• Article

Sharing the trousers: Gender roles and relationships in an HIV-prevention trial in Zimbabwe

Male and female gender roles and inequalities are important in contributing to the disproportionate burden of HIV experienced by women in sub-Saharan Africa. Within the context of an HIV prevention trial, we aimed to describe and understand male partner influence on women's use of HIV-prevention methods. Our presumption was not that regressive gender norms prevailed - rather, that a wide range of gendered attitudes and dynamics would be expressed among couples. Data from 16 focus groups with Zimbabwean female trial participants and their male partners and 4 in-depth couples interviews were collected, and form the basis of the analysis. Findings offer descriptions of how couples have adapted techniques for negotiating modern household economies and sexual decision-making in a manner that both preserves traditional gender roles, while accommodating women's entrance into new domains such as the workforce or an HIV-prevention trial. Women's agency to introduce novel female-initiated-method use into her intimate relationships is described. Men and women's accounts of method introduction and use suggest different perceptions about the locus of sexual decision making. The study provides unique insight into a gendered context that is dynamic yet sensitive to change, which in turn can provide useful information to more appropriately guide HIV-prevention activities in this setting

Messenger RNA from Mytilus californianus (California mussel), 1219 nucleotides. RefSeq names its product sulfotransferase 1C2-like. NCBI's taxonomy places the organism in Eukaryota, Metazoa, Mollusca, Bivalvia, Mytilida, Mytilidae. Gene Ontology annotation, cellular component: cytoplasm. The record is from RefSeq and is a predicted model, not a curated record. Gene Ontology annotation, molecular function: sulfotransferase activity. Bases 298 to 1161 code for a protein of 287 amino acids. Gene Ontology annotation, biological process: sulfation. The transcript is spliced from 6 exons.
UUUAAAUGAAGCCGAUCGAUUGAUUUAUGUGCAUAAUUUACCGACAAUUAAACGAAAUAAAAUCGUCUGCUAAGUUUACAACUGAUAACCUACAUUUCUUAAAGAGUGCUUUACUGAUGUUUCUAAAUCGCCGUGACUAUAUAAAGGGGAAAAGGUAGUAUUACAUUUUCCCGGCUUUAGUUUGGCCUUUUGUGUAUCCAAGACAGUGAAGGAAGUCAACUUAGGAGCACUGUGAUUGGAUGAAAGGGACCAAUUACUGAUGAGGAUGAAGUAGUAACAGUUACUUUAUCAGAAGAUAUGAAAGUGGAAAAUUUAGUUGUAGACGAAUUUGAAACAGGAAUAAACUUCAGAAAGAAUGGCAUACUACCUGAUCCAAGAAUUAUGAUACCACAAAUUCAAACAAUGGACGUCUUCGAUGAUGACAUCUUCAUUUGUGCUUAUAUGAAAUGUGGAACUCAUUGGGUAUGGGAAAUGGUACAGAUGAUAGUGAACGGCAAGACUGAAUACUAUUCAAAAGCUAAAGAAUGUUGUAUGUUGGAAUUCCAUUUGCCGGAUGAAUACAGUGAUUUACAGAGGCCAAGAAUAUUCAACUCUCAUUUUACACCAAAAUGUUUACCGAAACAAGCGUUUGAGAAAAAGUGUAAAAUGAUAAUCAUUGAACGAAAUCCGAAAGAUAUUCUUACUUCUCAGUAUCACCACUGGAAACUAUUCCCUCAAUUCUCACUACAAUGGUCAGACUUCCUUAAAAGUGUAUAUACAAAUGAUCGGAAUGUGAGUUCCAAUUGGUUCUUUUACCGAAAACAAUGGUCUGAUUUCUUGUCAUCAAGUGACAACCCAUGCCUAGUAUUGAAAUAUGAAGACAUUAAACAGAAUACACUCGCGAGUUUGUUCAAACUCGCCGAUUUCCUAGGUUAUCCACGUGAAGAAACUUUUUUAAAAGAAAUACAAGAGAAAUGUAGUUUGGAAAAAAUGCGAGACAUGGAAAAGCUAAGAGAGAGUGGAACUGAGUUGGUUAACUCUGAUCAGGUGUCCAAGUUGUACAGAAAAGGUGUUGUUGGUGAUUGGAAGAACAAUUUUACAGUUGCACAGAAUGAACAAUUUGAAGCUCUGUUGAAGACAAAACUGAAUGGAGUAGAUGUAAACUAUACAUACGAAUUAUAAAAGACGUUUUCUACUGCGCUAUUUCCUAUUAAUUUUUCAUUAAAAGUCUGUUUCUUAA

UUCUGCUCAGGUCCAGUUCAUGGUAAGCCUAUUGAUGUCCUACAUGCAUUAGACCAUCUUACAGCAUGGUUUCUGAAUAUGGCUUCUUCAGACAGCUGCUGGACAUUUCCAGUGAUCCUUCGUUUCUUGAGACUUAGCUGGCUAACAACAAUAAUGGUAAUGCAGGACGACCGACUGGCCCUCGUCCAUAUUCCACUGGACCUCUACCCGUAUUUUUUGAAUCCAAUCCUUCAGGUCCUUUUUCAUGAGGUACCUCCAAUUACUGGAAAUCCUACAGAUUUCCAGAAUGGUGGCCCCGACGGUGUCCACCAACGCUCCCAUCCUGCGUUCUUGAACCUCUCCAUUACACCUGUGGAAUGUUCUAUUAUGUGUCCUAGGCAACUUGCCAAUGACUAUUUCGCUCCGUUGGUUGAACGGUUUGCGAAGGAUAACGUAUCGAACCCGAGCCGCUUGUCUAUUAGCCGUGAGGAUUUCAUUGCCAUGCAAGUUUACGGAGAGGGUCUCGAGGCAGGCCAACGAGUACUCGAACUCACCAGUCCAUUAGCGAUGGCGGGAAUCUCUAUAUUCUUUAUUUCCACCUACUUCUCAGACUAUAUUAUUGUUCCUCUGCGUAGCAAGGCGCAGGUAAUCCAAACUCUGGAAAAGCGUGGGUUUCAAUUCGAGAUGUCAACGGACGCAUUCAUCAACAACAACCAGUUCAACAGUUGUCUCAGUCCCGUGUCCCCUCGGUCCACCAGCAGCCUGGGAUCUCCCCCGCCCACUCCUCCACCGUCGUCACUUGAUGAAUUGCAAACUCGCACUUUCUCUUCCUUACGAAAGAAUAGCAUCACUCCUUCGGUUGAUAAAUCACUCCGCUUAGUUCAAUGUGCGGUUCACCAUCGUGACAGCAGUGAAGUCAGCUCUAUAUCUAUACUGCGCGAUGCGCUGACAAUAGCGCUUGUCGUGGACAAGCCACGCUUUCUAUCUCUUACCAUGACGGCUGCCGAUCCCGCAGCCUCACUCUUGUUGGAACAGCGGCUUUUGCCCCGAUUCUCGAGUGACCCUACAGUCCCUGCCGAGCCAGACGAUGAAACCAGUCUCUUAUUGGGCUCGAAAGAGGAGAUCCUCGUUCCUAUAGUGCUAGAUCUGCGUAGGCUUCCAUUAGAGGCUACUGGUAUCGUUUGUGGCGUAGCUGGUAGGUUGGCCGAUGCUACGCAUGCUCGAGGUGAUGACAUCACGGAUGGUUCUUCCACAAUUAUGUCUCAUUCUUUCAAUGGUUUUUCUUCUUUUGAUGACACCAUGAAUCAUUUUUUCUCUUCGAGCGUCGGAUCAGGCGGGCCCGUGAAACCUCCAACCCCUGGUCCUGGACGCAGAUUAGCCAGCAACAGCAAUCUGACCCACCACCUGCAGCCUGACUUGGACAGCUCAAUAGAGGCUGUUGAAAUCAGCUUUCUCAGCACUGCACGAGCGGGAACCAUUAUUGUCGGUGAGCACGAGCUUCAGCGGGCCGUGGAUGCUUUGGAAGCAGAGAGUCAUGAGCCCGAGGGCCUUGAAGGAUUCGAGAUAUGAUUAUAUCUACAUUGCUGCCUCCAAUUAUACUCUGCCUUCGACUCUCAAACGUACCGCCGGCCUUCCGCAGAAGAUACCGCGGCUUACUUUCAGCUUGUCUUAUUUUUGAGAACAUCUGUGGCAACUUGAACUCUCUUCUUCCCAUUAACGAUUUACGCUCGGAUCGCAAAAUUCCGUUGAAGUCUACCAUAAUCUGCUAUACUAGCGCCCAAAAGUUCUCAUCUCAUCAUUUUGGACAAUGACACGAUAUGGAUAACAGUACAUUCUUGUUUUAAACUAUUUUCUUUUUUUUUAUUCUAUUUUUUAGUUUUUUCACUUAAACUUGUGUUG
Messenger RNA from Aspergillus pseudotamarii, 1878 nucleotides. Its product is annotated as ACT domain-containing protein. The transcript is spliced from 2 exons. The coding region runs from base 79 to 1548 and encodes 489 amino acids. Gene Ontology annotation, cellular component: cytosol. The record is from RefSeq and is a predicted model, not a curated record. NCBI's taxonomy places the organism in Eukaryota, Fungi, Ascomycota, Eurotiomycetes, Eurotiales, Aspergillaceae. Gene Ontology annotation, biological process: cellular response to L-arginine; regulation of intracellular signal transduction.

Montgomery, E., Chidanyika, A., Chipato, T., & Van Der Straten, A. (2012). Sharing the trousers: Gender roles and relationships in an HIV-prevention trial in Zimbabwe. Culture, Health & Sexuality, 14(7), 795-810. https://doi.org/10.1080/13691058.2012.697191